‘This is how houses should be built’ – eco-home sets standard for luxury
This luxury house has plenty of ‘wow’ factor and boasts the latest in green and new technology. Sharon Dale reports.
THE workmen on site have a nickname for their boss Damian Lawrance. They call him “The Hurricane”.
“He rushes in with loads of new ideas and says: ‘Right lads. Here’s what we’re going to do. Then he sketches out exactly what he wants, really fast, a bit like Rolf Harris,” says builder Adrian Kelliher.
Creative whirlwind Damian is the man behind 1 Zero 4 – that’s 104 Leeds Road in Harrogate – a magnificent high-tech, eco house that has just won the Best Residential Property prize at the RICS (Royal Institution of Surveyors) Pro Yorkshire Awards.
The attention to detail that Damian demands and his team at LaRock Construction delivers, along with the property’s innovative design and sustainability, impressed the RICS judges, who recognised that this is a project that has taken blood, sweat and tears.
The former number 104 was a two-bedroom 1960s bungalow that LaRock demolished to make way for something almost seven times more spacious and three times as high with ten times the bling.
Needless to say, Harrogate Council took some persuading, even though LaRock didn’t increase the size of the original plot, and the project spent a year in planning before getting the goahead. It took another 18 months to build, alongside other LaRock schemes, and the enormous, four-storey, five-bedroom house is now on the market for £1.6m.
There is no shortage of interest in this luxury eco home and after a tour it’s easy to see why. The design makes the most of the site, while minimising intrusion from the busy main road. The Planitherm 4 seasons glazing cuts out traffic noise and the main living rooms and bedrooms are at the quiet rear of the house, where there is a lawned area and a series of sunken outdoor rooms leading down to the large lower ground floor, which boasts a cinema room, gym and kitchen/family space.
The basement level adds an enormous amount of square footage but was an expensive part of the plan. It required a dampproofed steel and concrete shell up to ground level, where a new construction technique was used.
Instead of brick and blockwork, the rest of the house is built from thermally-efficient polystyrene blocks filled with concrete. The Logix Insulated Concrete Form (ICF) system was then covered with render and structure topped with a warm roof made from structural insulated panels (SIPs). A double air source heat pump is used to warm the house, photovoltaic panels create electricity and solar panels heat the water. A rainwater harvesting system is used to feed the outside taps and the toilets. The eco elements ensure that the house is 50 per cent cheaper to run than a conventional property of this size.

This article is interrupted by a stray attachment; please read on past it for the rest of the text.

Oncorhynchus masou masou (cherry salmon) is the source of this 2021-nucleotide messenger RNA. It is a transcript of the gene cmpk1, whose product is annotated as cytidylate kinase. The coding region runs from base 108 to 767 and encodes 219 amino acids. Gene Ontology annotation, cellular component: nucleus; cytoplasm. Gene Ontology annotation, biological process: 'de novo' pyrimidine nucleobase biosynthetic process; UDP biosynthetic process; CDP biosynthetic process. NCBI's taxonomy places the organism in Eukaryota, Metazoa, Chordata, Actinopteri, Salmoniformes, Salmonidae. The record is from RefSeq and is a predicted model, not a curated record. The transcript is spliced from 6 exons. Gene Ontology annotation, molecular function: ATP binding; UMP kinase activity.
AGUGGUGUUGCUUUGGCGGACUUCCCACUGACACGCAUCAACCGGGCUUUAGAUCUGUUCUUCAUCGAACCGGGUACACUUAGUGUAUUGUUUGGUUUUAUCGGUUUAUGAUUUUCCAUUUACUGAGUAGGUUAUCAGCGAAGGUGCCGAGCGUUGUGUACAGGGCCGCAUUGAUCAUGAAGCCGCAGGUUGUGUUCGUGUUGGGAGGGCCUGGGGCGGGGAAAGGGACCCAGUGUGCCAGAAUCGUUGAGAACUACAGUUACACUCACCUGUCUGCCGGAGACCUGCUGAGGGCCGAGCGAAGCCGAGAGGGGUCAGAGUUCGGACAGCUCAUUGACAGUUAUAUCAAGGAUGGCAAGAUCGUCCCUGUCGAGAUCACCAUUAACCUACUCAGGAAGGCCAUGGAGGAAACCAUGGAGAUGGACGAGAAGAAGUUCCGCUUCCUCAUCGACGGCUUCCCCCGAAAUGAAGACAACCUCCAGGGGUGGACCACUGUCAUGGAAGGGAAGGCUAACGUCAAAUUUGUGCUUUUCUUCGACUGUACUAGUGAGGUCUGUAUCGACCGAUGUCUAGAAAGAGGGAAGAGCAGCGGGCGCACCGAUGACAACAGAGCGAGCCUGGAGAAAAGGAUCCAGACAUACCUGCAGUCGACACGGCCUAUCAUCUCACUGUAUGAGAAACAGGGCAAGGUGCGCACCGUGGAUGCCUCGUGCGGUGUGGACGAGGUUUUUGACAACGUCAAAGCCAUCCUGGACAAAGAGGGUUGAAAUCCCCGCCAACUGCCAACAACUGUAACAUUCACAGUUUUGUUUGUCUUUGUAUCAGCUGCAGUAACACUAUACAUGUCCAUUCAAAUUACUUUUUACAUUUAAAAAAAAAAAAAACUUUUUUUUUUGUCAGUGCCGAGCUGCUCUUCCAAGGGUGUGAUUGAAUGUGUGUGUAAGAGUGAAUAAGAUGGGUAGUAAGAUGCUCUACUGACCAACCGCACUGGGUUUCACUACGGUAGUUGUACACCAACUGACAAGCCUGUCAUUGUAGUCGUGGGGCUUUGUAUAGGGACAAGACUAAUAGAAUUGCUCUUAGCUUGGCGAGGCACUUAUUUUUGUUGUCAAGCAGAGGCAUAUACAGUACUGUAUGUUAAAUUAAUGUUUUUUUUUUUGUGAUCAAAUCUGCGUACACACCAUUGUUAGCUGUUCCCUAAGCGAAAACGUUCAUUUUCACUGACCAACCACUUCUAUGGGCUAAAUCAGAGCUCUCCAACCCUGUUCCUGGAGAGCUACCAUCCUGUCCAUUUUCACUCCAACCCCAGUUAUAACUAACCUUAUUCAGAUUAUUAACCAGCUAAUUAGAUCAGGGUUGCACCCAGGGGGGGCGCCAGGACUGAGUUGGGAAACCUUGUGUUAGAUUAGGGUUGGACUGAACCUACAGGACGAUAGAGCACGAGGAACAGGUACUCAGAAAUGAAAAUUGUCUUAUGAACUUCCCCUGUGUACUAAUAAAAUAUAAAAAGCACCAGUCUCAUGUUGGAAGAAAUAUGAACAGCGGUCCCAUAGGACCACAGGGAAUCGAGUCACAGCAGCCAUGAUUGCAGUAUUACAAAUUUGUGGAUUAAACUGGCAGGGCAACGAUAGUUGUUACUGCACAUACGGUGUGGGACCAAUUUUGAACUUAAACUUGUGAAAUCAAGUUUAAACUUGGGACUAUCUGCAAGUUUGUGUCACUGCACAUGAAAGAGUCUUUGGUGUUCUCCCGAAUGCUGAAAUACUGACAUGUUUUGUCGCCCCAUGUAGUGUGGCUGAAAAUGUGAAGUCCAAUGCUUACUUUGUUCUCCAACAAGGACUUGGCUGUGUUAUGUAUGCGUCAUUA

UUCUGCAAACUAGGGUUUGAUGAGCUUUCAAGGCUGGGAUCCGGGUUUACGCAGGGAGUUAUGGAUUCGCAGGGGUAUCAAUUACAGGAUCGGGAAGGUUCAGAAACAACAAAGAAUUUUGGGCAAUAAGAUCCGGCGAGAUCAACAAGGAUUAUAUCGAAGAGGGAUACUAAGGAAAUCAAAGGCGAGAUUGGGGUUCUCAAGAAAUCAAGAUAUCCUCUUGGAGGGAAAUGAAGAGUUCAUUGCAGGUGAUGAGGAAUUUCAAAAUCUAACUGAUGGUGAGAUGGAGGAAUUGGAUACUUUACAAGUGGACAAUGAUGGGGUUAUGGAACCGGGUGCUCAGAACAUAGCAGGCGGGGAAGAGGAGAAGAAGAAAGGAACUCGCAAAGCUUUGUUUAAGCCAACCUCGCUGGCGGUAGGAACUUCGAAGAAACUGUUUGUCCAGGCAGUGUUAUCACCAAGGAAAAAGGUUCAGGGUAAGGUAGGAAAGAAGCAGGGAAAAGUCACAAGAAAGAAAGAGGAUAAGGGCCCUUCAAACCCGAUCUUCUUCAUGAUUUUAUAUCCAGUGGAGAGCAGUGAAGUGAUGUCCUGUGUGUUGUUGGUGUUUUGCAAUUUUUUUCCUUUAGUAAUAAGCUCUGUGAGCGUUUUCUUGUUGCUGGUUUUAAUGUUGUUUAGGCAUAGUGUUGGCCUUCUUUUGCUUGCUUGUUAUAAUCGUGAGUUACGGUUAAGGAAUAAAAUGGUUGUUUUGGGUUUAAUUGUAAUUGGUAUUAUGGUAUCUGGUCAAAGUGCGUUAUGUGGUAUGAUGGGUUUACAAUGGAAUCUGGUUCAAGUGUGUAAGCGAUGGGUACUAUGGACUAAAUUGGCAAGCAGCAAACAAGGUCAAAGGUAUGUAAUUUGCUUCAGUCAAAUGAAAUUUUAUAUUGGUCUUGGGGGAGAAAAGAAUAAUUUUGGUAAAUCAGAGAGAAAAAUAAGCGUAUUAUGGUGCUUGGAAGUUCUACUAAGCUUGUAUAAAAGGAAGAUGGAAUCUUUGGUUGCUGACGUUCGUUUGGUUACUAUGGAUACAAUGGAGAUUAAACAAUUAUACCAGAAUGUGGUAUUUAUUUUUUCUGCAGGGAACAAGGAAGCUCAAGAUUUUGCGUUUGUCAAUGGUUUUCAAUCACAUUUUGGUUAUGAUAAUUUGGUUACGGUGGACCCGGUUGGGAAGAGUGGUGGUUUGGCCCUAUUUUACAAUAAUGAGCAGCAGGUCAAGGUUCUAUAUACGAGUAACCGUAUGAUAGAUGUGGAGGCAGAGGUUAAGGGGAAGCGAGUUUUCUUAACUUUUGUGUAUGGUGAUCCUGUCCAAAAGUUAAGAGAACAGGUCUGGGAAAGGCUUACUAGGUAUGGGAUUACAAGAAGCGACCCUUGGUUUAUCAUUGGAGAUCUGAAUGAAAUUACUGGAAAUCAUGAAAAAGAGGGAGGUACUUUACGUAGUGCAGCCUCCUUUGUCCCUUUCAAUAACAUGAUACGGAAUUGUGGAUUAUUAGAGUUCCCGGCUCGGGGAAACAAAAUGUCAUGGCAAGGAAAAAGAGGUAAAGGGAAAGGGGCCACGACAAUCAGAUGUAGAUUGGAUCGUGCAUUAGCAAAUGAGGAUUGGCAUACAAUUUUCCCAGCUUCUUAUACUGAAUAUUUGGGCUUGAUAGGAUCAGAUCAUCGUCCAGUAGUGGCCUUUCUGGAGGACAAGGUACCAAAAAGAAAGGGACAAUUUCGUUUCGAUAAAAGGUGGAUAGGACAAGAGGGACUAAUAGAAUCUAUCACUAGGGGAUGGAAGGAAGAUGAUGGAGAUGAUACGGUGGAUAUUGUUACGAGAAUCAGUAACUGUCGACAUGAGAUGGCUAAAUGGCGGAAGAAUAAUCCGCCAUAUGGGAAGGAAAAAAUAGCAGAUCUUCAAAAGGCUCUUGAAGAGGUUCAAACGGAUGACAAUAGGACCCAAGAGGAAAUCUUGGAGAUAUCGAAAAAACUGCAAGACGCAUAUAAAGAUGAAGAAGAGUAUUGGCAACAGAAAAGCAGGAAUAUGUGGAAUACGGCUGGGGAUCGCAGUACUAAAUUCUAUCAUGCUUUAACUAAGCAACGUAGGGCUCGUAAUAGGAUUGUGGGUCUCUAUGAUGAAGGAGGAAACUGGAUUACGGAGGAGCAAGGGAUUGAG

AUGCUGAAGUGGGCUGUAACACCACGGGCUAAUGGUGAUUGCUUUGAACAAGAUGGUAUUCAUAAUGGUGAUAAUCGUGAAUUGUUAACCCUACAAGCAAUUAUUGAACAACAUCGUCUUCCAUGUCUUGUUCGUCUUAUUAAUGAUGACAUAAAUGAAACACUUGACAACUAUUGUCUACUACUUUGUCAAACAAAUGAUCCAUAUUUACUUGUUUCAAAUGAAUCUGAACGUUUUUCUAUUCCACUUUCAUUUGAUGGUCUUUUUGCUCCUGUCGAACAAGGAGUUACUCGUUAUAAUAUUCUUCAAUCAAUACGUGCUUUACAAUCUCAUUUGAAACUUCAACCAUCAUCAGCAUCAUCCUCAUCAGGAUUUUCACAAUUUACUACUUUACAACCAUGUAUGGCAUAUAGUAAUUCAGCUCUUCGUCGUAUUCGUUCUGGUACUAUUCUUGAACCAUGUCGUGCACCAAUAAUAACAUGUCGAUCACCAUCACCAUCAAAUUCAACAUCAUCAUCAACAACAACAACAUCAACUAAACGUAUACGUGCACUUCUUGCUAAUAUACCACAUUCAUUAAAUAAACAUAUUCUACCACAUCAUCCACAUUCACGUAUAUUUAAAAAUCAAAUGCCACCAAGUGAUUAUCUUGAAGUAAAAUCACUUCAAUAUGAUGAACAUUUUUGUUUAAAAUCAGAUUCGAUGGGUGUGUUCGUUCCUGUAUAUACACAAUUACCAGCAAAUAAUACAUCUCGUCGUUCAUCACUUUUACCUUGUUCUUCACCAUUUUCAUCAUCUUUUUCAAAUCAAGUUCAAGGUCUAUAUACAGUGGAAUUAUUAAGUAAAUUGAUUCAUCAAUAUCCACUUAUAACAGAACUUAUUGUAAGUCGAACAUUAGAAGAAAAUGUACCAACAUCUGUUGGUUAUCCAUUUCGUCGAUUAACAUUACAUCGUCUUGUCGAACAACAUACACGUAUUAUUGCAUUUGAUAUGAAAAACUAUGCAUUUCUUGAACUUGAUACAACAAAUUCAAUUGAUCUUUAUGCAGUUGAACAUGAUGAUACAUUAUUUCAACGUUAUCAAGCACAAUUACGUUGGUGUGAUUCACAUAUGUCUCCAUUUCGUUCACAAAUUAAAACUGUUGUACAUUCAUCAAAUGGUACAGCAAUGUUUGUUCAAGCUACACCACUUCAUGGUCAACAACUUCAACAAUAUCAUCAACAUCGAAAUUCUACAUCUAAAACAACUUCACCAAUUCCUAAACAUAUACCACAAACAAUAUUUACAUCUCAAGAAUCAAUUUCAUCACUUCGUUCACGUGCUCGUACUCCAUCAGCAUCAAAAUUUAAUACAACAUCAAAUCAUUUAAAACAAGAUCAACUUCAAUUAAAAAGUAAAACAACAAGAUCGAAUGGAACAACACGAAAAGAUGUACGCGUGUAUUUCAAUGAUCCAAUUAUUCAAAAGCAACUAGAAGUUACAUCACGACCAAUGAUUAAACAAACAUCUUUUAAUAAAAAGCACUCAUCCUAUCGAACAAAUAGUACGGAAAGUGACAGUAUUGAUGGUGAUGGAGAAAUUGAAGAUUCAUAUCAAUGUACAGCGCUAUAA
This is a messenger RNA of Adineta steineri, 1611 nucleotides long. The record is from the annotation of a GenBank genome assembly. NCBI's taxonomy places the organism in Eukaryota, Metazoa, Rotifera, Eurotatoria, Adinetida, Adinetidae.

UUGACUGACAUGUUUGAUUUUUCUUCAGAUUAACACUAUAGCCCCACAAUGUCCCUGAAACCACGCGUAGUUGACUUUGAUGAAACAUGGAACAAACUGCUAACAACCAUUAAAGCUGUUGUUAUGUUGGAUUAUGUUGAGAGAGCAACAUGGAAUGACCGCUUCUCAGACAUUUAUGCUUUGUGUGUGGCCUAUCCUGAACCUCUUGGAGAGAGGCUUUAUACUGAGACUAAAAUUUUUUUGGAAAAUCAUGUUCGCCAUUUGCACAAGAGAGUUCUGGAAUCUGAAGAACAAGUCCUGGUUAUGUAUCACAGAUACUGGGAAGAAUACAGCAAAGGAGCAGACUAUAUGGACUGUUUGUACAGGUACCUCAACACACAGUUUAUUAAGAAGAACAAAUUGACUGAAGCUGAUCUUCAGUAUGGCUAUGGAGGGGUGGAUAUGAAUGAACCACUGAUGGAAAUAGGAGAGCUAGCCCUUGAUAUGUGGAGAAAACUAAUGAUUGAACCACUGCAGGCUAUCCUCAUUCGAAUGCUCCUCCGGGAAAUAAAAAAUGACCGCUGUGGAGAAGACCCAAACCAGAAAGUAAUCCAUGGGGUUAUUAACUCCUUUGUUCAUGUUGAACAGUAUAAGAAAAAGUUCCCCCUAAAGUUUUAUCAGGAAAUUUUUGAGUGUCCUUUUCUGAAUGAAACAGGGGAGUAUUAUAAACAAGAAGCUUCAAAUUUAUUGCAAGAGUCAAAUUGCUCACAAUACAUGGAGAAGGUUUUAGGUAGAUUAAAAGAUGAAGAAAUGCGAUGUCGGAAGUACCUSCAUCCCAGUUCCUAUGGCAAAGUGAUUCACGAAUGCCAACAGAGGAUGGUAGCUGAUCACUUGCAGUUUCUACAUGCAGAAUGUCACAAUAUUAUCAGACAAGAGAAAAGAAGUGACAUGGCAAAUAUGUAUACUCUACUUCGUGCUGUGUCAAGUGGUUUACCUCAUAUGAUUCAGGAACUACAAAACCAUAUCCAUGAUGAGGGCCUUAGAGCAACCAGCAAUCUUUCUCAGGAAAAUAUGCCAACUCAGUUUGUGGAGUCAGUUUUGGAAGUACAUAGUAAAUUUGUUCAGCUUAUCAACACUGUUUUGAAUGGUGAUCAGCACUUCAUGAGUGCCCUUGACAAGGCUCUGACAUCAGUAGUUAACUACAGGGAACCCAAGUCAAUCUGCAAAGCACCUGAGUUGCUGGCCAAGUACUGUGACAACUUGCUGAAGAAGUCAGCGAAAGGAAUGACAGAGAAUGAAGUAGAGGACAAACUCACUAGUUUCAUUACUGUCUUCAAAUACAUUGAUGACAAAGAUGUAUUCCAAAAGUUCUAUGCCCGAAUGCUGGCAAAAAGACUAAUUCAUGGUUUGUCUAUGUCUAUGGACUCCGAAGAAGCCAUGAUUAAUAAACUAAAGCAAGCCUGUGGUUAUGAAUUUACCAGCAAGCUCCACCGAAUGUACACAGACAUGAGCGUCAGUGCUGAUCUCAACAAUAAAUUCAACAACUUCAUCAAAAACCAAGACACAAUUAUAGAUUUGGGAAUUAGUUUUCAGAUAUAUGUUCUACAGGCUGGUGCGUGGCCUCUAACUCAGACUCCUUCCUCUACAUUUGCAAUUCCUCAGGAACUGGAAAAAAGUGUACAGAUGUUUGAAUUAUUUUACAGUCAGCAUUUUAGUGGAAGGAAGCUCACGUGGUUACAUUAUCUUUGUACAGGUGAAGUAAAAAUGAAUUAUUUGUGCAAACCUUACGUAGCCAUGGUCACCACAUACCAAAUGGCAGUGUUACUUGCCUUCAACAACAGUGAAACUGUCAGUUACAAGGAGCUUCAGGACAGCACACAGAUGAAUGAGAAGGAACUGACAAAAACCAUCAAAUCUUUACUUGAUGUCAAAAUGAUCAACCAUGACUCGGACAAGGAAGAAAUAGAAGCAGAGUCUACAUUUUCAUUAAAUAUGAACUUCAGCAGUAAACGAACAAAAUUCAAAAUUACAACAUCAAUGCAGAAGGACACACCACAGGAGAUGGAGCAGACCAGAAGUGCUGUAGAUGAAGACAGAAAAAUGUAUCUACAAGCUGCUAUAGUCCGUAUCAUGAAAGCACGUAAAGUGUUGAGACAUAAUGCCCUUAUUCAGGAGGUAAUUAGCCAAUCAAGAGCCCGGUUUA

LaRock has also installed a state-of-the-art home automation system controlled via iPads. It’s all-singing, all-dancing and can even tell you how much rainwater has been harvested and how much solar energy has been generated and used, as well as controlling the lighting, audio, TV, security and heating.
Damian says: “There are room sensors that monitor both light levels and room occupancy. If they are on automatic setting, the electric light level will only supplement the natural light, effectively making the lights grow brighter as the day grows darker and if there’s no-one in a room for 30 minutes you can programme the system to switch the lights off as well as other devices like the TV and games console. It’s about using the least amount of electricity possible.
“You can also access the system remotely, so gates can be opened, alarms set and light and heat switched on and off when you’re on holiday or in the office.”
This thoughtfulness and attention to detail is also evident in the finish and fittings. Many of them are designed by Damian and made by LaRock’s workshop. His craftsmen joiners created the window frames, staircase, beds, kitchen and the walk-in dressing rooms with velvet-lined walnut cabinets, as well as interior flights of fancy like the upholstered headboard that covers the whole of one wall and hides a secret door into the dressing room and en-suite bathroom.
It’s all very glamorous but practical with a brise soleil shade to prevent a greenhouse effect from the glazing and a dumb waiter to take shopping from the garage down to the kitchen.
“Almost everything is bespoke,” says Adrian, my tour guide, who has a history of working on interesting schemes, including the revamp of Aldourie Castle for Roger Tempest.
“Damian will see something new on his travels and decide the house needs it. If it means spending another £3,000 he’ll spend it. It’s more interesting working for someone like that. You get a lot more out of the job.”
All in all, the cost of construction was about 15 per cent more than a conventional build and worked so well that LaRock is creating a smaller version of 1 Zero 4 on another Harrogate site and is offering design and build packages for individuals who have plots of land.
“This house is a brave development in these difficult economic times,” says Damian, who set up LaRock six years ago after working at City Lofts. “but it is a showcase for what we can do using modern methods of construction and home automation and I think it’s how houses should be built.”
BLOOD, SWEAT AND TEARS:
1 Zero 4 was a bold venture in difficult economic times. The rear of the property, which shows the four levels, including the new basement that houses a state-of-the-art kitchen with a minimal interior. Enormous fridges and storage cupboards are hidden behind glossy floor-to-ceiling doors.